Ethics of an Imaginative Approach I

If everything is based in the imagination, are we not dealing with the problem of radically relativizing all ways of seeing the world. Yes, but the problem of relativism is not as difficult as it may appear. You might ask yourself: "when all forms of human culture are perceived to be imaginal first, then is it not true that all forms of human thought are as potentially as valid expression of the human condition/imagination of that condition, as any other?"

This perspective may appear to provide a sense of empowerment through the subversion of one's pet peeves in their culture, but let me assure you this is not the case. The dilemma is, simply put, if all forms of expression are potentially equally as valid as any other, then how can we justify the examples set by individuals like Geoffery Dalmer or social experiments like Nazi Germany? While it may be true that as products of the imagination, Dalmer and Nazism are valid expressions of the human imagination, this cannot confer any real and lasting ethical or moral justification.

But, within the logic of the argument as so far presented, how can I justify denying moral sanction to an expression of the imagination? Simply because I make no pretensions to an autonomous, disconnected, purely mental-metaphysical notion of perception, apprehension, and thought. Every individual imagination is rooted in several things: one is his or her physical body, another is in his or her social-cultural relations (from images of family and family to experiences of the cosmos to cosmology; technologies both physical and metaphysical; artifacts and fantasy-histories), a third is in his or her specific physical experiences/location/climate/environment.

By being connected to all these things a person's or a culture's imagination is kept in check with reality, with the really-real. It is my belief that the physical informs the imagination and the imagination forms the physical - by merely pointing at a plant and calling it "plant" you have super-imposed an imagination onto that physical object; but you could not have called the plant a "plant," if you were not somehow 'connected' to it.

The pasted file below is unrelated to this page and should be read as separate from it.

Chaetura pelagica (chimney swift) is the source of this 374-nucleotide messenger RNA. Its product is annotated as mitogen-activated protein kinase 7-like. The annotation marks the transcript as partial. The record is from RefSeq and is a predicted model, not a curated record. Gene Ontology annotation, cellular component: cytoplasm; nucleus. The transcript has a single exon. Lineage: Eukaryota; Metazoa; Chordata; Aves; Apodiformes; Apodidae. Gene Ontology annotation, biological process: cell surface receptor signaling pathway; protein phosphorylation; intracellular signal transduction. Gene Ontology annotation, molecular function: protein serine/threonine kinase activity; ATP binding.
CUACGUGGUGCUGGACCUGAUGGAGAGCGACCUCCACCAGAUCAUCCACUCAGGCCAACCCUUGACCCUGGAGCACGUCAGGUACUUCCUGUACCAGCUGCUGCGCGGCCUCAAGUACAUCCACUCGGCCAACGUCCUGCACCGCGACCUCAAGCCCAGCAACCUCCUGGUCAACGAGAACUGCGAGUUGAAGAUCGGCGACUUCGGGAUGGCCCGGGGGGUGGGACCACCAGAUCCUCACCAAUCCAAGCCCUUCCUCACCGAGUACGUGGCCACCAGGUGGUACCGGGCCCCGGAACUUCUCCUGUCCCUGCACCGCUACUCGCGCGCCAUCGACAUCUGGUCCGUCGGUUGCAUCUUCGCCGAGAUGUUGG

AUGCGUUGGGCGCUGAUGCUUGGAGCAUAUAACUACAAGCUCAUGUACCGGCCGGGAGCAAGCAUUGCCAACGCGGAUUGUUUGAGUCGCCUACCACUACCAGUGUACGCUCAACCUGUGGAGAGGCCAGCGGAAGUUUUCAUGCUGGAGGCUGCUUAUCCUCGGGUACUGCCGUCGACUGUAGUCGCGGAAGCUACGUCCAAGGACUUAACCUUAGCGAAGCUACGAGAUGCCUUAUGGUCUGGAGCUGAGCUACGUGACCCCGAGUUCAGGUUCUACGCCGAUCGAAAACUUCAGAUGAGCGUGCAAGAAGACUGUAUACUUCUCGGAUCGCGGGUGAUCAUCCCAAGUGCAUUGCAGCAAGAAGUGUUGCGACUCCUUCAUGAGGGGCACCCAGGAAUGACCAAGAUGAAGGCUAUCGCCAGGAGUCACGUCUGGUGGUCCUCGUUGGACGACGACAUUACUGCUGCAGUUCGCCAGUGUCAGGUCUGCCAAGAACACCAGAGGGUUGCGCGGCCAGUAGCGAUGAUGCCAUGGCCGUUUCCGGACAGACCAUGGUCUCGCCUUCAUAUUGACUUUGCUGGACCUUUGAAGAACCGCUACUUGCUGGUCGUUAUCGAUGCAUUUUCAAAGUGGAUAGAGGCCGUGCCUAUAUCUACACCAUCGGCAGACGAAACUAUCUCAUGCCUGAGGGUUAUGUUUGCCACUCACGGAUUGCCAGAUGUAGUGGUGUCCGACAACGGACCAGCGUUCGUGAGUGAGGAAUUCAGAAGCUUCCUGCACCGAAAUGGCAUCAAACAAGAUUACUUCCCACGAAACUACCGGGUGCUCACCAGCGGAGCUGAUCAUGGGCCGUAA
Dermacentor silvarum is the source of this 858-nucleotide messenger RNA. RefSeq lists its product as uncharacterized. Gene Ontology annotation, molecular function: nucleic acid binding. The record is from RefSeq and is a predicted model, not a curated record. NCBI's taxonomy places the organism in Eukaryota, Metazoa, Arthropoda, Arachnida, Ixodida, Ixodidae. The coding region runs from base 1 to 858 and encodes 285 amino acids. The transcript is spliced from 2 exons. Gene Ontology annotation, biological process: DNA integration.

It is this connection to reality of both the physical and social worlds and bodies (Freud's very useful and suggestive idea of reality testing is operative here) that we find our way out of the dilemma presented earlier: how can we provide a social critique of human expressions/actions when we understand them all to be products of the imagination? Simply because we are tied intimately, necessarily to our bodies and worlds.

Our imaginations are subject to reality testing whether in the form of direct testing in the physical world ("Mommy, why can't I fly?") or in the social world ("She doesn't like me or does she?) As such all imaginings are subject to constant scrutiny by the morality-keepers in both traditional and contemporary society, ranging from the nosy, old-woman across the street to sanctioned, super-secrete policing-intelligence-thought-religion types. But this also happens on the individual level using unconscious, internalized censors which, if Freud is right, follow the dictates of social and cultural history.

In a less fascist-world, the optimal situation for judging, validating and justifying one imagination/discourse compared to another would be as follows:

  1. those imaginations which (Kuhn) seem to answer all the observed problems best;
  2. those imaginations that spark that aesthetic reactions in others (if it is deemed 'beautiful' it is considered socially acceptable, if 'Ugly' then it is considered contemptible and in need of repression, if 'Indifferent' then it is not considered at all);
  3. those which speak to the soul best, potentially allowing them to stand the test of time (Shakespeare, for instance, did not right the majority of his plays for any high-culture, as is often the mistaken impression caused by clumsy high-school instructors, but rather for the masses. Because he wrote with such passion and spoke to both the hearts and minds of the majority, his plays have become almost immortalized and now constitute part of what is considered high Western culture.);
  4. those which, according to any combination of the above items, people turn into beliefs (to paraphrase William James' pragmatic theory of truth: "if someone believes in something sufficiently, and if that belief makes a significant difference in their lives, then their belief gives its object some form of 'real' existence.)

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Copyright 1997 Marc Fonda. All Rights Reserved.
Last updated: March 5, 1997.